Philosophically, our HKIS Humanities Department is committed first to a “collaborative exploration of the human experience.” The 9th grade course that we teach, Humanities I in Action, proceeds naturally from this philosophical basis. While the “action” component of the course attracts a good number of students, we as teachers understand that what is most important is for students to develop the wisdom and compassion to lead a life that puts community values ahead of personal gain. This means that we need to engage students in a journey of transformation, reversing the self-focus that is the mark of modernist education and introducing a community-centered education that benefits both students personally and society more broadly.
This emphasis at HKIS is consistent with Freirian education, which roots modern problems in a lack of humane values in society. “There is no global shortage of food, only a shortage of justice and caring to ensure that food is widely available” (93). Ultimately, Freire considered humanization as the goal of all educational endeavors. In his context, humanization meant helping those who were poor to become subjects rather than objects of human history. At HKIS, our affluent students already consider themselves to play a role in human history, but their goals are typically about advancing self and family interests rather than reaching out to the marginalized and providing them with the opportunity to become contributing members of society.
2) Create a relationship between self and world
In my research at HKIS the term “social conscience“ was defined as a personal consideration of one’s role and responsibility in society in the context of an emotionally-engaged understanding of the world. The goal in social conscience classes is to help students understand the world, and then to begin the journey to finding their place in that world. For these wealthy students, their first step is coming to terms with the fact that most of the world does not live like them. We teach them about the global income disparity situation both through in-class study as well as out-of-class experiences. Understanding that much of the world’s population has much less than they do and consequently suffers is disturbing to many students. However, in order to “find their place” in the world, it is necessary for them to gain perspective on this issue.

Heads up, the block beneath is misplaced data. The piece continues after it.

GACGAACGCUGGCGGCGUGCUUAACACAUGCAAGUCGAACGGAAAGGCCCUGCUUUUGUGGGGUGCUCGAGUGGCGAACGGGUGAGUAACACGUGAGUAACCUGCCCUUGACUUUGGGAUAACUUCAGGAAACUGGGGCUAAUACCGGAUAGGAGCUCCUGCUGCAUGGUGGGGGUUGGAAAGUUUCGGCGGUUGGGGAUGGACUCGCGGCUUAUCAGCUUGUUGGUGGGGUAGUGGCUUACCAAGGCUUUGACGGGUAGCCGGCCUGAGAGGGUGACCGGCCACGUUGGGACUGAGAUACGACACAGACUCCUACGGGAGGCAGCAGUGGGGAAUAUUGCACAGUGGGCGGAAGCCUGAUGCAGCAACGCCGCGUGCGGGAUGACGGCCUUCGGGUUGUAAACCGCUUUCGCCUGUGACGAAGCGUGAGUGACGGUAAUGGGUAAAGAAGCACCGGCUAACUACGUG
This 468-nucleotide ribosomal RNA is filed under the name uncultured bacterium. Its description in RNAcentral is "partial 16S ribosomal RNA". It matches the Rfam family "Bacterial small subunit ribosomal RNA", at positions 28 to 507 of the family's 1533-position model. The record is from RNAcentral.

Freirian pedagogy supports this approach. In contrast to banking education, Freire emphasized that his low-income students needed to “read the word” and “read the world.” According to Freire, these processes should happen simultaneously. As students analyze and critique texts in the classroom, they should consider how they view the world, and seek a harmony of understanding between classroom study and out-of-classroom lived experience. Much like the definition of social conscience from my research, Freire believed that education should support the greater ontological goal of coming to understand the world so that students can find their place in it.
3) Transformation of self and world
When students sign up for Humanities I in Action, I idealistically assume that their motivation is to make a difference in the world. My starting point is that they have some sense that the world needs help, so, let’s get started! What is less explicit early on in the course is a second assumption: to change the world, we need to change ourselves. While what draws students to the course is making a difference in society, the underlying goal is to offer students an opportunity to determine their own worldview. This exploration of their beliefs will over time result in changing the world in accordance with their own newly informed perspectives.
Freire believed that traditional educational systems are systems of control that portray the world as a static entity. However, Freire argued that this is a misreading of the world, for it is always in a process of change. Furthermore, Freire believed that our common human vocation is to understand the world in order to influence its future direction.
Much of Freire’s attack on traditional education was aimed at critiquing the physical and intellectual violence that denies students and learners their agency to act upon and transform the world (43).